An updated version of Facebook’s widely successful Messenger app now lets users of the world’s largest social network to communicate privately across multiple devices, Facebook said Thursday.
While Facebook began last year letting its billion-plus users chat over Messenger using end-to-end encryption — a communication method that uses cryptographic keys to scramble and safeguard digital data — the initial deployment of Facebook’s so-called “Secret Conversations” feature only worked until now on one device per user.
In a blog post Thursday, Facebook said the “Secret Conversations” feature now works between devices, meaning users who update their app will be able to initiate an encrypted chat on their smartphone or tablet, then carry-on those conversations from a different devices.
“When we originally announced secret conversations in July of last year, they were available on one device per user. People can now access their secret conversations via multiple devices, for example when they upgrade or lose a device. Sending videos will soon be supported, too,” the post said.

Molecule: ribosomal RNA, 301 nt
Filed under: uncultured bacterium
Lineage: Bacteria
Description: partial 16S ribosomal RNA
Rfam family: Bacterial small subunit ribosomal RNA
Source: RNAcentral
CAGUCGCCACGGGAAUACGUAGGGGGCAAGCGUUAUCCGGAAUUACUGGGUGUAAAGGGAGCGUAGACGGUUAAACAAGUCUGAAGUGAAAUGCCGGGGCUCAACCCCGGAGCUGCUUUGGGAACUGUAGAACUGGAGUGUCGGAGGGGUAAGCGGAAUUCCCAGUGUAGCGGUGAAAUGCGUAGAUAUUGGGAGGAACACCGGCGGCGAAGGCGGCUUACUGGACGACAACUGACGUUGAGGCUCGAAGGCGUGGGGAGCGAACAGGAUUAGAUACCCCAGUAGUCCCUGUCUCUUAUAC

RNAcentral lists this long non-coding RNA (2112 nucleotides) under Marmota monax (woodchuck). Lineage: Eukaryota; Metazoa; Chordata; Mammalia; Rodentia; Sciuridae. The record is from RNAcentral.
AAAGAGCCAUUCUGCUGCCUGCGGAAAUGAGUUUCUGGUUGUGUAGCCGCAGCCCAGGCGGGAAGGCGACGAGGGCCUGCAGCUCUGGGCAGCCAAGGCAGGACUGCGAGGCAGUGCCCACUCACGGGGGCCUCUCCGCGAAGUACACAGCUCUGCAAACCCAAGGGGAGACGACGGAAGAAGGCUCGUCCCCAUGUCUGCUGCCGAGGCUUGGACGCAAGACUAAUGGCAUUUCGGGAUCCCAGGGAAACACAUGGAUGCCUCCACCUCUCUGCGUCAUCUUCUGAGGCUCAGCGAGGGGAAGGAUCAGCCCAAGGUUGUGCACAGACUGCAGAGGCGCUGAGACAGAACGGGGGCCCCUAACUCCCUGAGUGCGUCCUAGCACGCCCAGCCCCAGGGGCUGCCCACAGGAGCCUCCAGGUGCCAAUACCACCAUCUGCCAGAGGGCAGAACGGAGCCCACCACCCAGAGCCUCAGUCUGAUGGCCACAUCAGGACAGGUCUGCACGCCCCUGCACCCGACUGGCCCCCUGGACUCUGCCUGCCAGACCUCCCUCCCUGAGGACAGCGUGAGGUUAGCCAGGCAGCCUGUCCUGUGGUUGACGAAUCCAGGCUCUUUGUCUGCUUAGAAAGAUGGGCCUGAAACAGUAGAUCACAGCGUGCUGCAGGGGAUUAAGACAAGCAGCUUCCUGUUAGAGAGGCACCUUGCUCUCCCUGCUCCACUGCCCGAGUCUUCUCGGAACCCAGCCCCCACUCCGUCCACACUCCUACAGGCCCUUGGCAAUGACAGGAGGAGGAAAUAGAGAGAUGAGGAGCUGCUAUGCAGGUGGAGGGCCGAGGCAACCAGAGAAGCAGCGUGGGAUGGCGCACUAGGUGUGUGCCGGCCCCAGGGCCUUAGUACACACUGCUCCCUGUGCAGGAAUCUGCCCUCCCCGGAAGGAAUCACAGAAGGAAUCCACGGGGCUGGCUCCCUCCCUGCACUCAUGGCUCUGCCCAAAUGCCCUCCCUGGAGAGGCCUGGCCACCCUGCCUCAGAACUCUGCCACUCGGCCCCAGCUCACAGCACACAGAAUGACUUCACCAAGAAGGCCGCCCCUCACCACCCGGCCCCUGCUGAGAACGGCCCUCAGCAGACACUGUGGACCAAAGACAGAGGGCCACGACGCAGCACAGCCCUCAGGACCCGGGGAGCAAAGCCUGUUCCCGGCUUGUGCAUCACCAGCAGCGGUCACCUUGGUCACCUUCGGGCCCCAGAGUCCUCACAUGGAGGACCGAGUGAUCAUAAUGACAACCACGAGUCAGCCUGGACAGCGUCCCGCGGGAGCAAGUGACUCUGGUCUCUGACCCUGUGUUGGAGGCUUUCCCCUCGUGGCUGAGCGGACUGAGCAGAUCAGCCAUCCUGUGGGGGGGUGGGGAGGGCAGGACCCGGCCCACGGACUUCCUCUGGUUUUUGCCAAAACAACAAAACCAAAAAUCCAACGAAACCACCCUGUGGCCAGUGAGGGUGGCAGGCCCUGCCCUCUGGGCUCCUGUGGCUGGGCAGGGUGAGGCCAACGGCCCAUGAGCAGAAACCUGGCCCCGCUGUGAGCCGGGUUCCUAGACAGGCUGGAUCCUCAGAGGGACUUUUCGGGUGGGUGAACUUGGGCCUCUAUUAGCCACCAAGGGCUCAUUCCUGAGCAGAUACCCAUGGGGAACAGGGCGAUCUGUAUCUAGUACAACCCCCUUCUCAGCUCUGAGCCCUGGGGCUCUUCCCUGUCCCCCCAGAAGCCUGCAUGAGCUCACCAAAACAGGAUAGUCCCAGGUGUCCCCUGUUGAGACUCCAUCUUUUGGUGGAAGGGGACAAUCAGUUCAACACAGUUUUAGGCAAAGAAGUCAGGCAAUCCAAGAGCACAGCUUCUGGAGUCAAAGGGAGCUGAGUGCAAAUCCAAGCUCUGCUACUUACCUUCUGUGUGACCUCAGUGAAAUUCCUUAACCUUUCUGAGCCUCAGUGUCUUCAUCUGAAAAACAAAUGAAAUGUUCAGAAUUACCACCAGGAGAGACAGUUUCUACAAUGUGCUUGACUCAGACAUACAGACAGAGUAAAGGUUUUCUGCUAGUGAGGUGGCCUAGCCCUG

Facebook referred The Washington Times to a white paper containing the technical specifications involving “Secret Conversation” when reached for further comment Thursday.
About 1.2 billion Facebook account holders were considered monthly Messenger users as of April 2017, up from 200 million only three years earlier. Both Messenger and a separate chat application owned by Facebook, WhatsApp, provide users with the option of communicating with end-to-end encryption, the likes of which makes it more difficult for eavesdroppers, hackers and even authorized third-parties to intercept conversations.
Testifying on Capitol Hill before his abrupt termination as FBI director this month, James B. Comey recently said an increasing number of federal investigations are becoming hindered as companies like Apple and Google continue to incorporate strong encryption into their widely sold smartphones in addition to the availability of free chat applications such as Facebook’s Messenger and WhatsApp.
“The shadow created by the problem we call going dark continues to fall across more of our work,” Mr. Comey said.
“I don’t know yet how the new administration intends to approach it, but it’s something we have to talk about,” Mr. Comey continued. “I care a lot about privacy. I also care an awful lot about public safety. There continues to be a huge collision between those two things we care about.”
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